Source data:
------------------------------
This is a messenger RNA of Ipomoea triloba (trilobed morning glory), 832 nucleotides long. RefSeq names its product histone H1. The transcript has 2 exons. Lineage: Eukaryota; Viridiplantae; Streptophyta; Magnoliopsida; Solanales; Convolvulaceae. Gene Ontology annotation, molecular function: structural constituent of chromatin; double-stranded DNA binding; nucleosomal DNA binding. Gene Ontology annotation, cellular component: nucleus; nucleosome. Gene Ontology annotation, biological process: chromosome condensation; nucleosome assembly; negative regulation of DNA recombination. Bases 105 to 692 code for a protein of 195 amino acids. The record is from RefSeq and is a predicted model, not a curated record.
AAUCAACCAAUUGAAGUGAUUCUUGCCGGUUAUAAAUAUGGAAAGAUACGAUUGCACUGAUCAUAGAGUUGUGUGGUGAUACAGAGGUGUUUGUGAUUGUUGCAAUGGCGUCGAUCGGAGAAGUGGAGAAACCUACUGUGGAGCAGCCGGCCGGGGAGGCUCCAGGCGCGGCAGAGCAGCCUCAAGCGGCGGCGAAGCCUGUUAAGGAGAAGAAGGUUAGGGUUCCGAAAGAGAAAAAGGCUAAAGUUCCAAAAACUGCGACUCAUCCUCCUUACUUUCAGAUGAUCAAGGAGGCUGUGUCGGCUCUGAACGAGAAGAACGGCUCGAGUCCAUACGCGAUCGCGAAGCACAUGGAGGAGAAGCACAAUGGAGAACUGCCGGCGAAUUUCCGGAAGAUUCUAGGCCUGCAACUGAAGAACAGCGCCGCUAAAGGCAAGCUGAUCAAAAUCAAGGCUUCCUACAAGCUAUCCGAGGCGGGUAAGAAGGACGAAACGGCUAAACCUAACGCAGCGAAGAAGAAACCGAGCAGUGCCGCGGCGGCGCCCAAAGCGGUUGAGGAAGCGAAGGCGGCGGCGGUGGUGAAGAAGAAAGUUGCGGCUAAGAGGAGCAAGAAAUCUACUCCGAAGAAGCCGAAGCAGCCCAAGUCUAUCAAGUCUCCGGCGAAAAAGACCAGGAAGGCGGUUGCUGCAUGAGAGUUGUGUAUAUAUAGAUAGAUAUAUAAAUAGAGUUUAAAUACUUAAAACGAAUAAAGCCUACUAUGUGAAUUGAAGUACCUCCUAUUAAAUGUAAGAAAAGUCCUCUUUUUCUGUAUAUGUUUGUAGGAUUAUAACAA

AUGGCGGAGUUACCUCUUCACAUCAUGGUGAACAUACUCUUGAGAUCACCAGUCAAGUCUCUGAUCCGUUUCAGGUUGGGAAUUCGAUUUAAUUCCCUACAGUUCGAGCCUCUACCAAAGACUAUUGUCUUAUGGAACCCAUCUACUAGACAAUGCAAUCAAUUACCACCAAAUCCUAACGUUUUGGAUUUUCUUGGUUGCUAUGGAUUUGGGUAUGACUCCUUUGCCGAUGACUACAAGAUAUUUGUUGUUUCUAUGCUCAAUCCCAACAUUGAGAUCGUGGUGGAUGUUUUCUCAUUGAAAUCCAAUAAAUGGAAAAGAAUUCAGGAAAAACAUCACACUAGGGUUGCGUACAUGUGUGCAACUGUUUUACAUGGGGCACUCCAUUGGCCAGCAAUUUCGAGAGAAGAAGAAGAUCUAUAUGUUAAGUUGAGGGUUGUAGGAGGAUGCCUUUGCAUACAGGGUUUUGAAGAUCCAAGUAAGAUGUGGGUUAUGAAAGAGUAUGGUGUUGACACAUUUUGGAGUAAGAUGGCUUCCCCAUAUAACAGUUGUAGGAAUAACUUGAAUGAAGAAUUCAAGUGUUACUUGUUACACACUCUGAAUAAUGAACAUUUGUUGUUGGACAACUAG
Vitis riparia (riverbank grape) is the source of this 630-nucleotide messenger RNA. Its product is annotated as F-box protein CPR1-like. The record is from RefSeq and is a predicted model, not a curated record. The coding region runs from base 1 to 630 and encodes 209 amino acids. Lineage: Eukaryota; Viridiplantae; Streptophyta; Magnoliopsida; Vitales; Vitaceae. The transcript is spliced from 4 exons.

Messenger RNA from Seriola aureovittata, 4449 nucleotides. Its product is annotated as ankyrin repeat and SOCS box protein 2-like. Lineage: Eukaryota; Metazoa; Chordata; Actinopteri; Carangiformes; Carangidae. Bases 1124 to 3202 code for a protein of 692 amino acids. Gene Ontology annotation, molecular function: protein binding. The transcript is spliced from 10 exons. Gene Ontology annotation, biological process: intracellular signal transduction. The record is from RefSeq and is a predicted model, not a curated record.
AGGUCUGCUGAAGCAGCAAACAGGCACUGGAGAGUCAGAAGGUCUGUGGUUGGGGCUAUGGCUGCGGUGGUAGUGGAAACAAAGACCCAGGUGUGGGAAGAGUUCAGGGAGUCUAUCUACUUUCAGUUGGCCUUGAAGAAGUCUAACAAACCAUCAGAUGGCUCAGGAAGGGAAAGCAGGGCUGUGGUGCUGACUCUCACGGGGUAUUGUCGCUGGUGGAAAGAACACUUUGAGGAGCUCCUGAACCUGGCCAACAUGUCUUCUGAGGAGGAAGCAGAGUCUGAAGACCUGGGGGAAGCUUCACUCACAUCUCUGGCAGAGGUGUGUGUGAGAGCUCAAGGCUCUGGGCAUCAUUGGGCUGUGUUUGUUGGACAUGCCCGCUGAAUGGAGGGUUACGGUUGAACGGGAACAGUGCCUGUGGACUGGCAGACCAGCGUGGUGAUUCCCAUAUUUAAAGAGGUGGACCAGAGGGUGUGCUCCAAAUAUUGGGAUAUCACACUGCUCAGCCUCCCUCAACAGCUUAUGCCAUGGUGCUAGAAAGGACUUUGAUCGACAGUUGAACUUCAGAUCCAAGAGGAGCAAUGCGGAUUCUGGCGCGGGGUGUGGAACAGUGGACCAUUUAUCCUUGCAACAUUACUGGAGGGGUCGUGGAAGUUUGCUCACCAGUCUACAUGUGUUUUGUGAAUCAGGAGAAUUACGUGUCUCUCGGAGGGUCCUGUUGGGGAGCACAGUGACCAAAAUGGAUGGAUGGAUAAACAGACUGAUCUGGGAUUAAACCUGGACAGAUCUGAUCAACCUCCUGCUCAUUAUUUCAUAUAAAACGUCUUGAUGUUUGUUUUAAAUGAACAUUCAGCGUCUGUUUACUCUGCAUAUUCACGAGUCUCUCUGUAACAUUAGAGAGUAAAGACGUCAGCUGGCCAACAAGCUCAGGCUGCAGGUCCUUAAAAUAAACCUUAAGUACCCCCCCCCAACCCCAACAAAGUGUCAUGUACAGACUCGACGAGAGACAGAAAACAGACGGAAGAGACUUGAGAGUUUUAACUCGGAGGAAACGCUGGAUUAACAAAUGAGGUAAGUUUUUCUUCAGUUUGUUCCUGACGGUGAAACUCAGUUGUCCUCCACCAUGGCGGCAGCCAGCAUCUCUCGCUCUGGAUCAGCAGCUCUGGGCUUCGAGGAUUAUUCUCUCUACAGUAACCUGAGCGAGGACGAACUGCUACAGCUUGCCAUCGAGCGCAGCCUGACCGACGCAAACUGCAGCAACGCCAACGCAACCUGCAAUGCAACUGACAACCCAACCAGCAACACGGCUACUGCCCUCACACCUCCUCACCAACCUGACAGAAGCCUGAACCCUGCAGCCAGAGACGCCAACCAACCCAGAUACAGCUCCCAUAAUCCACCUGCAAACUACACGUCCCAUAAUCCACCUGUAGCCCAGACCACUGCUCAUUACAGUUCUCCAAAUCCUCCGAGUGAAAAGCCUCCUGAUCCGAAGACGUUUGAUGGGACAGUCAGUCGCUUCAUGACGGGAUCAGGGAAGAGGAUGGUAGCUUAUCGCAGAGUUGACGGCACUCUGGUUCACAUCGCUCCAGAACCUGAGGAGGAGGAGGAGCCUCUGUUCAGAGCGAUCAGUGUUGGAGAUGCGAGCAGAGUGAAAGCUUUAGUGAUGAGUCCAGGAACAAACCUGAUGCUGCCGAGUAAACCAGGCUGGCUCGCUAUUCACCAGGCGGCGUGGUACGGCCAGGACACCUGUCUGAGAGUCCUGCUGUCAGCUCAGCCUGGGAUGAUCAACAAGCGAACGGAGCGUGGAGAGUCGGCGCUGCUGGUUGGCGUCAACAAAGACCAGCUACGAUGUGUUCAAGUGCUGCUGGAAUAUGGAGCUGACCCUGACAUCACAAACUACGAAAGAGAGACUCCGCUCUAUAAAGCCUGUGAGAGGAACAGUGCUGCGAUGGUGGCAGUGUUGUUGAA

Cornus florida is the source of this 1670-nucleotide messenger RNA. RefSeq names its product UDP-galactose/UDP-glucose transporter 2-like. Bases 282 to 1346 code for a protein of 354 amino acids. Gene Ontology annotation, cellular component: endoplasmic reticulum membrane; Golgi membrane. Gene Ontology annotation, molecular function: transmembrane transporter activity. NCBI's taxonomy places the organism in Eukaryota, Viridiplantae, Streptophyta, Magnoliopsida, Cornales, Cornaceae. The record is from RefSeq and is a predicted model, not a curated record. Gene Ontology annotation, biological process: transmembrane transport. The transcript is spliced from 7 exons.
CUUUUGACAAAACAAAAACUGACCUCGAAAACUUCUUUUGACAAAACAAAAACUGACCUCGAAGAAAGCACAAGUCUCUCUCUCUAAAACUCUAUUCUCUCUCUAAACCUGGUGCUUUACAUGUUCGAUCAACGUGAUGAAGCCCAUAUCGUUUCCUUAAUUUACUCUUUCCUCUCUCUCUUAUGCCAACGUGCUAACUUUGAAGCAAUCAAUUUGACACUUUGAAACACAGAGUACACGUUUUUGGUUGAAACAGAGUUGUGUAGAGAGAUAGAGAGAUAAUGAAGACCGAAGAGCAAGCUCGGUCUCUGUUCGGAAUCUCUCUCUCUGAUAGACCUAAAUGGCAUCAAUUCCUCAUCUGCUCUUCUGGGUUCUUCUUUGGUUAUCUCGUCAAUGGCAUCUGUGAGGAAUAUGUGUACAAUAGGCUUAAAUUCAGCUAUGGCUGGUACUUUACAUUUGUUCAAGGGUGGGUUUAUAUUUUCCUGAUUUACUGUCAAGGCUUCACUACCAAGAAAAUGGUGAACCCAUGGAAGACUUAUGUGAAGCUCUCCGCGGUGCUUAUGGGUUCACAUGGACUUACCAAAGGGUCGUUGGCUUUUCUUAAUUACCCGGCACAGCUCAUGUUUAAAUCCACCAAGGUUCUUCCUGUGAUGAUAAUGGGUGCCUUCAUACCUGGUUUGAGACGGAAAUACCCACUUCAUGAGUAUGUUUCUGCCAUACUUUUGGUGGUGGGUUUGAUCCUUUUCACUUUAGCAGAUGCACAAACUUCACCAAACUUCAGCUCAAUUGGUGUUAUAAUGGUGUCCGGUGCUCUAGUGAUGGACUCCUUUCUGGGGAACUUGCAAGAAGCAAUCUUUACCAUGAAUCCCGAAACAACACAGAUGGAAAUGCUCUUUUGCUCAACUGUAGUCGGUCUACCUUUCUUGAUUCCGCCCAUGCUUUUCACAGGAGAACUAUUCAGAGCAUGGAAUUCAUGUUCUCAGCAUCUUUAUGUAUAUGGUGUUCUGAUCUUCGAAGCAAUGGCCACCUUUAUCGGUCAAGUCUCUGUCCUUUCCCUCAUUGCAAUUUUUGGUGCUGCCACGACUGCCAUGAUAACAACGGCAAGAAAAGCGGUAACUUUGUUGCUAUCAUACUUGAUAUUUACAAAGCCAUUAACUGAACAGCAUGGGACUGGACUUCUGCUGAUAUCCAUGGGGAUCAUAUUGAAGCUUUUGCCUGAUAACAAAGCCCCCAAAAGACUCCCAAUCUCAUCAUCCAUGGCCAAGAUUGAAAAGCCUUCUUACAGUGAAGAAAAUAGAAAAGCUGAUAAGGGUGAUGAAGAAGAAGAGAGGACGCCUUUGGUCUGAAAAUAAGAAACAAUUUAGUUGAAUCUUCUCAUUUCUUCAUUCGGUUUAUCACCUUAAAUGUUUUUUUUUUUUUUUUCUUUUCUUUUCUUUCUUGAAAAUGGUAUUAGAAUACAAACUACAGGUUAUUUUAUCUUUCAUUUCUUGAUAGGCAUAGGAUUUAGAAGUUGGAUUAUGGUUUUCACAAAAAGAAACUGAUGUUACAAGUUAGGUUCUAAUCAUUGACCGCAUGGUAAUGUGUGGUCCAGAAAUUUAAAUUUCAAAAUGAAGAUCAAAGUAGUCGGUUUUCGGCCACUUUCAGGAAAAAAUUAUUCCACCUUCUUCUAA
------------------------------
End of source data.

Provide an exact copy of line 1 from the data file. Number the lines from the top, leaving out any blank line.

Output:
This is a messenger RNA of Ipomoea triloba (trilobed morning glory), 832 nucleotides long. RefSeq names its product histone H1. The transcript has 2 exons. Lineage: Eukaryota; Viridiplantae; Streptophyta; Magnoliopsida; Solanales; Convolvulaceae. Gene Ontology annotation, molecular function: structural constituent of chromatin; double-stranded DNA binding; nucleosomal DNA binding. Gene Ontology annotation, cellular component: nucleus; nucleosome. Gene Ontology annotation, biological process: chromosome condensation; nucleosome assembly; negative regulation of DNA recombination. Bases 105 to 692 code for a protein of 195 amino acids. The record is from RefSeq and is a predicted model, not a curated record.